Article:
I highly doubt that this release status will stay intact… if anything, Warner Bros. has already dragged their feet on releasing any superhero films (with “Man of Steel 2″ their next one), versus the sizable number of Marvel films coming out between now and 2016. I doubt Warner Bros. wants to chance their next superhero film (and hoped-for keystone for a Justice League franchise) seeing a diminished box office due to a Disney/Marvel film. Of course, Disney doesn’t want their film to be hurt at the box office either, but there’s more at stake for Warner Bros. at this point.

So, I expect someone will be changing their release dates between now and May 2016… I’ll update this post when either side eventually “blinks.” On the unlikely chance neither does, I’ll be in line for “Captain America 3.” Barring anything that happens to Steve Rogers in the next few films, I assume Cap will maintain his usual optimistic tone, versus the cynical nature of everything about “Man of Steel” and (so far) its planned sequel.

Valentine’s Day in cartoons

peter_cottontail_valentineHappy Valentine’s Day (or “day before the candy goes on sale for half-price”), all.

Like the similar holiday themed posts I’ve done, here’s one dedicated to the day dedicated to romance, affection, and other matters of the heart… and how it’s all presented in cartoons.

Be My Valentine, Charlie Brown

There’s no one “definitive” Valentine’s Day special, but an entertaining one is “Be My Valentine, Charlie Brown,” the 1975 “Peanuts” special about how Valentine’s Day equals (in true “Peanuts” fashion) unrequited love for everyone in the cast.

On TV: Since the early 2000s, ABC has rerun this special every year, usually paired up with a more recent Valentine’s Day special to fill out an hour, such as 2002′s “A Charlie Brown Valentine.”

On DVD: This special’s on several DVD releases, including a stand-alone release (coupled with late 60s special “You’re In Love, Charlie Brown” and 70s special “It’s Your First Kiss, Charlie Brown”) and on the “Peanuts: 1970s Collection, Volume 2″ DVD set. For the former, you’ll be getting two strong specials and one weak one (“It’s Your First Kiss”), while the latter includes “It’s Your First Kiss” and several other specials typical of the mid-to-late 70s run.

Here Comes Peter Cottontail

While an Easter special, this Rankin-Bass classic involves time-travel to other holidays, including a scene (and song number) set on Valentine’s Day. I appreciate that Rankin-Bass remembered that February 14 is very much cold weather (snow, etc.) in a good chunk of the country, versus most media (probably a result of Hollywood’s southern California influence) treating it like it’s a warm spring day.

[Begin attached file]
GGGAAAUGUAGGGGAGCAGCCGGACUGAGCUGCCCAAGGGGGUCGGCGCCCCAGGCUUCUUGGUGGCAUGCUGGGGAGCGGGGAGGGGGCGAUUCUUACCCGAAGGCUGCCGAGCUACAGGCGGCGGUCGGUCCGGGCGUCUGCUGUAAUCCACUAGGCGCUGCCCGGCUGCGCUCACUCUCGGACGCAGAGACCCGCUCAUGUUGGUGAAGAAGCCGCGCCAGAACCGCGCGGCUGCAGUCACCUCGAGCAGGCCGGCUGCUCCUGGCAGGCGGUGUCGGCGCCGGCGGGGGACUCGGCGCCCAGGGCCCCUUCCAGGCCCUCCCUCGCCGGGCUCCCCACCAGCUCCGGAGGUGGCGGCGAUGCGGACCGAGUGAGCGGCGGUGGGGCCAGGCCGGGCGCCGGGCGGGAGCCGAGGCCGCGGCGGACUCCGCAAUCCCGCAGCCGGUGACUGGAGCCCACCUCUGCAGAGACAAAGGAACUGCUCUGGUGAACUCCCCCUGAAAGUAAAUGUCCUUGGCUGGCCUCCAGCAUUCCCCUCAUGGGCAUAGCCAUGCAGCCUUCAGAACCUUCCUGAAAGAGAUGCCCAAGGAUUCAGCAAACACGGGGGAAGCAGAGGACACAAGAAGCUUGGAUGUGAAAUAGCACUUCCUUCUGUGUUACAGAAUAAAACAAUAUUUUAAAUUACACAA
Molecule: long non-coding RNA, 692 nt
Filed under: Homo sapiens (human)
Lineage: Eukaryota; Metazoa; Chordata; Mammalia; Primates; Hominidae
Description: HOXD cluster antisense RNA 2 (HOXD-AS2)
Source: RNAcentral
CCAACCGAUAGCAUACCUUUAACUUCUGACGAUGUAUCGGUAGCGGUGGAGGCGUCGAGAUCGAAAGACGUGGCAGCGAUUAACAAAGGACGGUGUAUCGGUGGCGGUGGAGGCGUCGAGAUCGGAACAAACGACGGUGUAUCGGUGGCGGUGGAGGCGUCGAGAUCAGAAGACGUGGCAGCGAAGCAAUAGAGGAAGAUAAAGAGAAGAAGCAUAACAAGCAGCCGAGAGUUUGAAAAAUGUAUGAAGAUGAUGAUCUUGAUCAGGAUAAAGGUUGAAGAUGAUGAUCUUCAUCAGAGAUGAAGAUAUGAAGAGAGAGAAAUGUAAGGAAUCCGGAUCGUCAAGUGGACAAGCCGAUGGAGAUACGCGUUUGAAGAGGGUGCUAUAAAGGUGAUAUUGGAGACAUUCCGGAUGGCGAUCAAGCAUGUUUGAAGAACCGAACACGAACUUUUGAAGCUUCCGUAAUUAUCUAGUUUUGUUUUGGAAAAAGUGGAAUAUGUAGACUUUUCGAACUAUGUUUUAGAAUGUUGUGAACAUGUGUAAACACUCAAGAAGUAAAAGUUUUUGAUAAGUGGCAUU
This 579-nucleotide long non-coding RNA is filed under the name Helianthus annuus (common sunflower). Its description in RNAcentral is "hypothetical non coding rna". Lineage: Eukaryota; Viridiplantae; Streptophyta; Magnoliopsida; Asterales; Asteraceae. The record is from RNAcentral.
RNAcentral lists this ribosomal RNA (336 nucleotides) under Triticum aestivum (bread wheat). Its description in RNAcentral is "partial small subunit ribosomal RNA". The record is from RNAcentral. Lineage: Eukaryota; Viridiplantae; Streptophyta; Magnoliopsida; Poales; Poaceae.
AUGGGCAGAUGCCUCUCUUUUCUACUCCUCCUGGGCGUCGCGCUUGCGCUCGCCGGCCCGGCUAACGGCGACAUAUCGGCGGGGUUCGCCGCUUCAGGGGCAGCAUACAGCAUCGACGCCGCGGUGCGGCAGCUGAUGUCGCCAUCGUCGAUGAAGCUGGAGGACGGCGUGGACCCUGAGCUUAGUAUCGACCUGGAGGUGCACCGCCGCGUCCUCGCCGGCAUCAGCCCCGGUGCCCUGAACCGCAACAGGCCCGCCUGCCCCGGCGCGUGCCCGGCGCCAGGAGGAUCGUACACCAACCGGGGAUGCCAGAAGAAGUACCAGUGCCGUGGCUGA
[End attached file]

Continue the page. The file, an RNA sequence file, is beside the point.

The Simpsons

The fourth season episode “I Love Lisa” centers around Valentine’s Day, Simpsons-style, from KBBL radio’s DJs playing “Monster Mash” by mistake to Bart triggering a Valentine’s-themed Vietnam flashback for Principal Skinner (Bart: “cool, I broke his brain!”). For good measure, we also get President’s Day (and another playing of “Monster Mash” by KBBL’s DJs… “doggone it!”). And of course, probably the best episode featuring Ralph Wiggum, who has a crush on Lisa after she’s the only one in the class to give him a valentine out of pity.


Google usually offers a special Doodle for Valentine’s Day. In 2012, we got a nice animated short set to the tune of an old Tony Bennett song. It also manages to be gay-friendly (in a montage at the end).

Marvel and DC Comics

There’s been various Valentine’s Day cards featuring the two comic publisher’s superheroes over the decades. The website Andertoons has several examples of vintage superhero valentines:

I like that they included a valentine of Aquaman with Mera and Storm (the giant seahorse) in the 1980 DC set, as well as what seems to be a Superboy valentine (a young Kal-El in flight).

2014 GLAAD Media Awards nominees for outstanding comic book announced

Life With Archie #16This year’s GLAAD media award nominees have been announced. The awards are given annually to mainstream media productions that depict gay, lesbian, bisexual, and transgender individuals or issues in a positive light.

For outstanding comic book, the nominees are:

  • Batwoman (DC Comics)
  • Life With Archie (Archie)
  • Young Avengers (Marvel)
  • Husbands (Dark Horse)
  • Fearless Defenders (Marvel)

Going over each nominee…

  • “Batwoman” got nominated this year, in spite of DC’s idiotic antics over the past year regarding not allowing the characters to get married…and, well, driving said creators off the book.
  • “Life With Archie” is presumably being nominated on the heels of Kevin Keller’s win last year, plus the adult Kevin and husband Clay’s storyline in this title.
  • “Young Avengers” and “Fearless Defenders” are two Marvel entries depicting LGBT characters.
  • “Husbands” is published by Dark Horse, and features the adventures of a newly-married gay couple. Originally a sitcom, the comic takes a more fantastical approach to the characters.

While I’ve not read all of them, I’m sure they’re all deserving of the prize, though I’d vote for “Life With Archie.”

The winning nominee will be announced this spring.

Star Wars comics (still) coming to Marvel in 2015

Rat's Wars
Not one of the new “Star Wars” titles, I assume.

I don’t know why this is being treated as “surprising” news, since it was announced a year ago, but since it’s in the news again, here’s the article about it:

Star Wars comics going to Marvel in 2015 – Newsarama

I’m still wondering what if anything Marvel/Disney plans to do about the current (non-existent) state of Disney humor comics in the United States, given they went out of their way to kill Boom Studios’ Disney titles. Seems pointless to cancel said books off just so they can do absolutely nothing with them.

Marvel to stop selling single-issue comics in bookstores

spiderman7Marvel’s announced that they’ve stopped selling single-issue comics at Barnes and Noble and Books-A-Million: